Granted, the production is gorgeous. You can always see money on the screen, and this thing looks the exact opposite of cheap. The writing is tight, the acting is solid, the story is complex. It feels epic, it is epic. But, and I means this with all seriousness, what’s in it for the ladies?
I’ve read a lot this past week about the gender politics of this much-hyped show. It’s for boys. It’s pandering to girls. It’s feminist. It’s misogynistic. It’s oddly fixated on doggy-style sex. (That last one isn’t a question, just a fact.)
New York Times reviewer Ginia Bellafante called it “boy fiction patronizingly turned out to reach the population’s other half.” She also strongly implies that women don’t read fantasy fiction. So, let’s get this out of the way right away. That’s just some crazypants nonsense right there. One, of course women read fantasy novels and to suggest otherwise signifies a profound arrogance about an entire gender. And two, her argument that the sex is thrown into the story to appease women viewers makes me think she actually didn’t watch the premiere. Because the “sex” she spoke of was (SPOILER ALERT) incest, rape and paid servicing from prostitutes. You know, just like “Sex and the City.”
So, clearly the argument that “Game of Thrones” is fantasy therefore women won’t like it and therefore it’s pandering to women and therefore it’s bad is not the argument I’m making here.
But I was disturbed by what I saw happening with the women in the premiere. (MORE MAJOR SPOILERS) We see a wife to a powerful lord, who seems loyal but has little power. We see the queen to a king, who appears to be evil and power hungry and – oh yeah – is totally fucking her twin brother. We see two daughters of the lord, who are made to go to crocheting class while the boys learn archery – one is kind of boy crazy and one is a tomboy. And we see the sister to a power-hungry brother who sells her off to the head of a warrior tribe who then consummates their relationship against her will. Fun times for the lady folk, let me tell you.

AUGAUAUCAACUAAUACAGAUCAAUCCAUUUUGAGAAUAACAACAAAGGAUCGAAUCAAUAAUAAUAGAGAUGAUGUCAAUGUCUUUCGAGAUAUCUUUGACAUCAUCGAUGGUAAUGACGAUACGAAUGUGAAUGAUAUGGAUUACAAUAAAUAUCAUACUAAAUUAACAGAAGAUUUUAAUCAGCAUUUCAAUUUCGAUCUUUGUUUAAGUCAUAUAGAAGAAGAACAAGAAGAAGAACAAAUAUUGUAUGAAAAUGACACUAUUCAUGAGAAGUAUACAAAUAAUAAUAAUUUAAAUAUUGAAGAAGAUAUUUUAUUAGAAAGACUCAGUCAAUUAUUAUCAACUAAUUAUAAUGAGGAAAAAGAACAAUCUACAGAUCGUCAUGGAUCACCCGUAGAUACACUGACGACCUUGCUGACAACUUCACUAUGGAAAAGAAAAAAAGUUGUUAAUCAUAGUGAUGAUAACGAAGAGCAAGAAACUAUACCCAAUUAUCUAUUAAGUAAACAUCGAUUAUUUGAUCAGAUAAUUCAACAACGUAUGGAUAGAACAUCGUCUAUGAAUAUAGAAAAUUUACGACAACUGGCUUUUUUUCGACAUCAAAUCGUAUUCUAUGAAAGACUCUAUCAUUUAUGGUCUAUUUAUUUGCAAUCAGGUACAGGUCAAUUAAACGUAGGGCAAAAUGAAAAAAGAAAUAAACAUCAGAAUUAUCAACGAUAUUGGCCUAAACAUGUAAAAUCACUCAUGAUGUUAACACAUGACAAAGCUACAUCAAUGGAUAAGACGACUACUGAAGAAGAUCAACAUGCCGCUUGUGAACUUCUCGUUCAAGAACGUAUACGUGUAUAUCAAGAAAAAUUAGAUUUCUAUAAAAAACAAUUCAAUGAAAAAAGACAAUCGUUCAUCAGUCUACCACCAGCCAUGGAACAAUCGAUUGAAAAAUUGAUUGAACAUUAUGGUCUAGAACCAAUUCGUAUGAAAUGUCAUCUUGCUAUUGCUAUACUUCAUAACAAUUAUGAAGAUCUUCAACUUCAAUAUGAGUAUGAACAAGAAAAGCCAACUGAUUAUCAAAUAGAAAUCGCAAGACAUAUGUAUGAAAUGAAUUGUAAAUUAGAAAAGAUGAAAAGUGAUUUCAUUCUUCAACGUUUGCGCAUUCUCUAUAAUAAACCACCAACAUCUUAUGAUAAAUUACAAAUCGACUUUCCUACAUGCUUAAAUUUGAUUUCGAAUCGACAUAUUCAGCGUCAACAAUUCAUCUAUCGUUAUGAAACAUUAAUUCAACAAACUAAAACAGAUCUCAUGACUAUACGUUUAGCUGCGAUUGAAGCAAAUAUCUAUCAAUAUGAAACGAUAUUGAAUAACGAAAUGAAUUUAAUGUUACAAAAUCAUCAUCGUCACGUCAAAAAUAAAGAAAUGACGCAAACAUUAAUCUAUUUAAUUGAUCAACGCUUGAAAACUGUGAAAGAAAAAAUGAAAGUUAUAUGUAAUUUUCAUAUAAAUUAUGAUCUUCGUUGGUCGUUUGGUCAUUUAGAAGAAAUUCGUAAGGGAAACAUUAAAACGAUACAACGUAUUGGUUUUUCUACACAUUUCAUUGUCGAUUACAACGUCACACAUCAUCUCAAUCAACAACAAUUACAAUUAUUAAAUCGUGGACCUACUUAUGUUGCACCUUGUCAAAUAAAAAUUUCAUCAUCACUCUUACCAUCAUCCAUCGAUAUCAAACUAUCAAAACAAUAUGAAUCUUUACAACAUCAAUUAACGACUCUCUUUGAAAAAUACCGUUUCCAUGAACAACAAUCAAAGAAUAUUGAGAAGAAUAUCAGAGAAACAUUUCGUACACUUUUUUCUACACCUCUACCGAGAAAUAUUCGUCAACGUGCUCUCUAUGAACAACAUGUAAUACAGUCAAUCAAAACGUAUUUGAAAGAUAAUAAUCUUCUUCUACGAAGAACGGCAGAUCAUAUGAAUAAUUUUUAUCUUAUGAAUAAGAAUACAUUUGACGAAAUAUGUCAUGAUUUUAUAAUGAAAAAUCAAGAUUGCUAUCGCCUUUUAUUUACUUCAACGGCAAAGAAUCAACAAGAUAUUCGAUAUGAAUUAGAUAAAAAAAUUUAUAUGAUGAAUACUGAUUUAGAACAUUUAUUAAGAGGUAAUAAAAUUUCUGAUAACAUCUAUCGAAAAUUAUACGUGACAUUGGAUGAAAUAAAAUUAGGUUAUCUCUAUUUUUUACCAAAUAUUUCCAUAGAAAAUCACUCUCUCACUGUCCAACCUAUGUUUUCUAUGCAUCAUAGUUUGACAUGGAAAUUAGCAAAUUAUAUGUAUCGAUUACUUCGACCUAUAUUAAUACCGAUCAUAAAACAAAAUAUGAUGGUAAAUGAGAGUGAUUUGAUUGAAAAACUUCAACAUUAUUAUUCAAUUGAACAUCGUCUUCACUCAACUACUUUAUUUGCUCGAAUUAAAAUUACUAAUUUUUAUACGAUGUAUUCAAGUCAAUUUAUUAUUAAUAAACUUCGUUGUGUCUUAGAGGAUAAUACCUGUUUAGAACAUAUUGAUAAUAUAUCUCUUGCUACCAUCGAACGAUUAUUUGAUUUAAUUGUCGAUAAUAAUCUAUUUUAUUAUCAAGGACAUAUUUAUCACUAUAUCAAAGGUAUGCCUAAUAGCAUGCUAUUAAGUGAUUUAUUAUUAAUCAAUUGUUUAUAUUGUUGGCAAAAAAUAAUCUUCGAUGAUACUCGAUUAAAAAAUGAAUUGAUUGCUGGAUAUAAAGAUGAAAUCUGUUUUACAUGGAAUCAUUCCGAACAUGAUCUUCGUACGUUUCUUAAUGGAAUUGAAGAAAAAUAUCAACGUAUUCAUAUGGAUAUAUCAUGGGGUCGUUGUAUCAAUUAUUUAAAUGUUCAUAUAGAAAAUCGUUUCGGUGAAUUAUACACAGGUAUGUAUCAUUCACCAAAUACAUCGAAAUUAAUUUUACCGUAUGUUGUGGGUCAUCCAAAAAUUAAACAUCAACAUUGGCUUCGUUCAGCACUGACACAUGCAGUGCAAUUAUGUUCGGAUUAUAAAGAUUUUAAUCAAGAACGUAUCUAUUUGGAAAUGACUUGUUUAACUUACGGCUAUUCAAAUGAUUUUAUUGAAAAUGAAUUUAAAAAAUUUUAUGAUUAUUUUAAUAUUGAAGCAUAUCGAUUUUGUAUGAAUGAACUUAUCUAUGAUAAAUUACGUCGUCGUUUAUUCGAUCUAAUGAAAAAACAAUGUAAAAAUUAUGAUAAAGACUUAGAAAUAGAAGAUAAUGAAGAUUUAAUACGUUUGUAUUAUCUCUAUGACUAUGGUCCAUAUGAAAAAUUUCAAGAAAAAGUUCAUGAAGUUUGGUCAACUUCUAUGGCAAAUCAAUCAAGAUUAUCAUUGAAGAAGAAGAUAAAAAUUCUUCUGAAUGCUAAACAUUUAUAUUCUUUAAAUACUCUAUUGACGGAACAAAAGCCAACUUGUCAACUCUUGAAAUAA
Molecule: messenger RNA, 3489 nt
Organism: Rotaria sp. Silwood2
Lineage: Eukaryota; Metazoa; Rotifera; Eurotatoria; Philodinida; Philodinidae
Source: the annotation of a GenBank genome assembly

Still just because these are dark times for women, does not mean better days aren’t ahead. What I understand from reading about this series is that us feminist fans will need to be patient. This is clearly not a woman’s world – right now they are largely just for pawns or playthings for men. But the question is will the series allow them to overcome their relegated positions in this society? Will we see independence, influence, intellect? I really hope so.
To me feminist stories do not require that all the women are portrayed in a positive light or necessarily even treated well. But it does require that female characters are allowed to be complex and layered and ultimately in control of their own destinies. Are women integral to the story outside of their relationships to men? Do they wield any power? Do they show strength and smarts and other abilities and not just sex appeal? Do they get to be human, just like the men? That is what makes a story feminist. That is what makes a story worth investing in for me.
If “Games of Thrones” starts to make its ladies more than just pieces in powerful men’s games, then I’m in. If it doesn’t, well, then game over.
EDIT: Just wanted to add that I thought it was very interesting and more than a little troubling that, as one of you commented, Dany gave her consent in the book, but not the show. That means the entire foundation of their future relationship in the series will be different from the original book. Like I said, troubling.